Today, I got out to the streets of Nairobi. I wanted to interact with business in the lower side of the city. The forgotten side of the economy, the type of jobs where when a child becomes wayward, he is warned about what spending life there entails. You will hear a parent say to a kid: I want you to work hard in school, not waste my money and be someone who rides a cart in town.
Along Tom Mboya Street, I notice a guy sitting on a hand cart with his head cast to the ground. He is dressed for the job with a brown overall over a not so clean black T-shirt and green pants. I get to him, do some little introduction and he was open for a talk.
I notice the palms of his hands are black and they feel as hard even more than the sole of my feet. This is one Henry Nyabuti Ochoe. He is a hand cart operator, who plies his trade mostly on the CBD and country bus. He hails from Kisii, though at the moment he stays in Kaloleni. I think that explains the state of his hands.
Amid the loud hooting from passing buses from time to time, he tells me that in a typical day, he wakes up at 3am so as to make it to town by 4am. He has to arrive early to catch the buses coming from the countryside. He gets back to the house at 7pm.
For all those hours of work in a day, on a good day he makes Ksh500 while on a bad day, he makes as little as Ksh150. Working everyday of the week except Saturday when he goes to church. He is a staunch SDA and he can never miss church let alone working on Saturday. He is a religious man who believes in God and has hopes that He will lift him.
I ask him about his family life. Of which he says he has a family to fend for, people looking up to him as a father and the head of the house. He has an all grown son who is in Nairobi as well, working as a carpenter. The second born too has finished carpentry school. The third born daughter is in class eight and last born son in class three.
If you thought that the low in the society just give birth without planning, think again. You can notice the spacing.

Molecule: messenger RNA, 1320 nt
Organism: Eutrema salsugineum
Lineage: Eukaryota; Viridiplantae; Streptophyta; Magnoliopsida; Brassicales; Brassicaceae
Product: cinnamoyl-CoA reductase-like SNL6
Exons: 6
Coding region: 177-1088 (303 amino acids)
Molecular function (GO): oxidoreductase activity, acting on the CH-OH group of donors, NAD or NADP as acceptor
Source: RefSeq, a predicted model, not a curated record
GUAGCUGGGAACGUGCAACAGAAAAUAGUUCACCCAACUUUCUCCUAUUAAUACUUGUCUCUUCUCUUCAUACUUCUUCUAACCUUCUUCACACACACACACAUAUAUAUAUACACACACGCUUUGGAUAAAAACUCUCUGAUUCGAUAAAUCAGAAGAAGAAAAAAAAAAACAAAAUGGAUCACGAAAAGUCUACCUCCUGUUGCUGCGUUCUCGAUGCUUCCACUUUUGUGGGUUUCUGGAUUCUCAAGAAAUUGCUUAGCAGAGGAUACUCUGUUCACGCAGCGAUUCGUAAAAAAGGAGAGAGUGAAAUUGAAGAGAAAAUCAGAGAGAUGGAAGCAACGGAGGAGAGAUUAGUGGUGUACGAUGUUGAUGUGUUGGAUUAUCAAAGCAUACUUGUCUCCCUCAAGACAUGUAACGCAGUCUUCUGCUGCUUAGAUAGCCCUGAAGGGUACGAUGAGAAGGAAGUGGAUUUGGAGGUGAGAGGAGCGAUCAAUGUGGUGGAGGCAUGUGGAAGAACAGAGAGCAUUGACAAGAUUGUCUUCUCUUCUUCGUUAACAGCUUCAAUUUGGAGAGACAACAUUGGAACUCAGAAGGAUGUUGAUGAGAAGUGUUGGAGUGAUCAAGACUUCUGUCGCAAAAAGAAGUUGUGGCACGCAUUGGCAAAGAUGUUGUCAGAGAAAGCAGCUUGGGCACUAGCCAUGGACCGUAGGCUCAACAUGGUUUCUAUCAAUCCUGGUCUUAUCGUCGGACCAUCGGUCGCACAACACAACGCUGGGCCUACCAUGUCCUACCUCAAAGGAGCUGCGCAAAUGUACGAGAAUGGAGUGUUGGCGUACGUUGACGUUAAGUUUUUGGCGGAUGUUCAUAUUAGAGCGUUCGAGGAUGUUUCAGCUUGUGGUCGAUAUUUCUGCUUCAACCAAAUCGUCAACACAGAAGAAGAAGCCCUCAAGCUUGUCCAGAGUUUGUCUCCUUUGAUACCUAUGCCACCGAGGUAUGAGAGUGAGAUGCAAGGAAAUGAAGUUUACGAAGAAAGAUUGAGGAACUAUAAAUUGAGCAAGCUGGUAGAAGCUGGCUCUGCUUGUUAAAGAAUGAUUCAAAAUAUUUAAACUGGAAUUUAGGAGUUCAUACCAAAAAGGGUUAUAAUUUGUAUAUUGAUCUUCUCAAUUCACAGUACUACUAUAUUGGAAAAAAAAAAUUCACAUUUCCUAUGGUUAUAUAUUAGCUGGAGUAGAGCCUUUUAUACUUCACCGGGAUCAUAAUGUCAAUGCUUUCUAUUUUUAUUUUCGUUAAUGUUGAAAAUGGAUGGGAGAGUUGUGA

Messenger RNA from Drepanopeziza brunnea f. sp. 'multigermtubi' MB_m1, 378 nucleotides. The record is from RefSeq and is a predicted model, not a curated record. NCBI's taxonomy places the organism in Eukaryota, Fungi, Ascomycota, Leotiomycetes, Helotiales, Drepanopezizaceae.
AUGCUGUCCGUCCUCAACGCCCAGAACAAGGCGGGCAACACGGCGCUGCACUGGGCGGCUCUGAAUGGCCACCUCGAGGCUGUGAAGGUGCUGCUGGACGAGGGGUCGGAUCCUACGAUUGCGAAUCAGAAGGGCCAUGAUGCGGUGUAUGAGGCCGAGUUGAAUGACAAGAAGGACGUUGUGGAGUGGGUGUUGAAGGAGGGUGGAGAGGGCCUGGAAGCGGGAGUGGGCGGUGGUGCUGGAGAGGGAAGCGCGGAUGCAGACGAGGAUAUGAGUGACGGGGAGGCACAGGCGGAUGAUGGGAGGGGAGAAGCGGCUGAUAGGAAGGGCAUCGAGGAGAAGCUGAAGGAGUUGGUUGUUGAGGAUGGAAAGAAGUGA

What drives him? It is every other time that we hear that behind every successful man, there is a woman. I would authoritatively say that this guy is successful. Everybody has their own description of success, even at that point where he is, he deems himself successful, he doesn’t consider himself a failure in life like many would think of him when they see him at work. According to Henry, his supportive wife keeps her going.
They together work on construction projects at home. The wife took a loan of Ksh45,000 from Kenya Women Finance Trust which they helped each other clear. They are now planning to take a loan of Ksh120,000. I swear this guy is lucky. I think every man deserves such a woman. Someone who will believe in your dreams no matter how down you seem to be at the moment for the good of the coming days, which is only if they never will stop to dream. Someone who will see your vision and share it with you to that point you want to get.
How did he get to the work that he is taking now? He started his schooling just as a normal kid with hopes to grow up a big man in the society, who will have a good or rather a decent job if not a successful business. Then the dad being a drunkard, one day took one too many, got into a fight where he lost a hand. That is where shit started going down. He had to drop school because nobody would fend for them. Life got hard.
The only way they were even able to move to their home is when the sisters got married and they sold off the bride price. When he came of age he went to Trans Mara, where he was a charcoal dealer. He would burn charcoal and get 4000 shillings a day.
That is good money. It was only good till the 2007 post-election violence and he had to relocate home when the communities around got hostile. After some years at home he had to find a job to provide for the family. Going back to Trans Mara was out of question, the Maasais had got hostile and the fight for environment conservation is kept on meaning charcoal burning is outlawed. He decided to come to the big city with the knowledge that he would be working at construction sites, only to get here to be told that there is no opportunity. His contact person only directed him to carrying goods around; he worked till he acquired the hand cart.
He doesn’t partake of alcohol or any other drugs. He has seen every bad thing alcohol can do to a man. His woes in life have been brought to him by alcohol. It is like alcohol on a given day went to wherever his problems were taking an afternoon nap, disrupted them then hand carted to him when they were still having the fury of the lost sleep.
His dad losing the hands when drunk was the genesis of the fall of his life. He had an elder brother who after taking one too many rolls of weed went to the river and drowned. Experience is the best teacher and this guy really has learned from experience.
He still has dreams in life. In five years time he hopes that he would have gone back home, Migori, where they had relocated to, running a commercial shop with the wife. He also hopes that her young kids would be good in school, get educated till university and make it in life. I really don’t know if many of these guys who perform such jobs are such dreamers, but I would say that I am amazed and challenged at the same time.
His hope in life is anchored in the belief that God is the giver everything of and His time is the right time.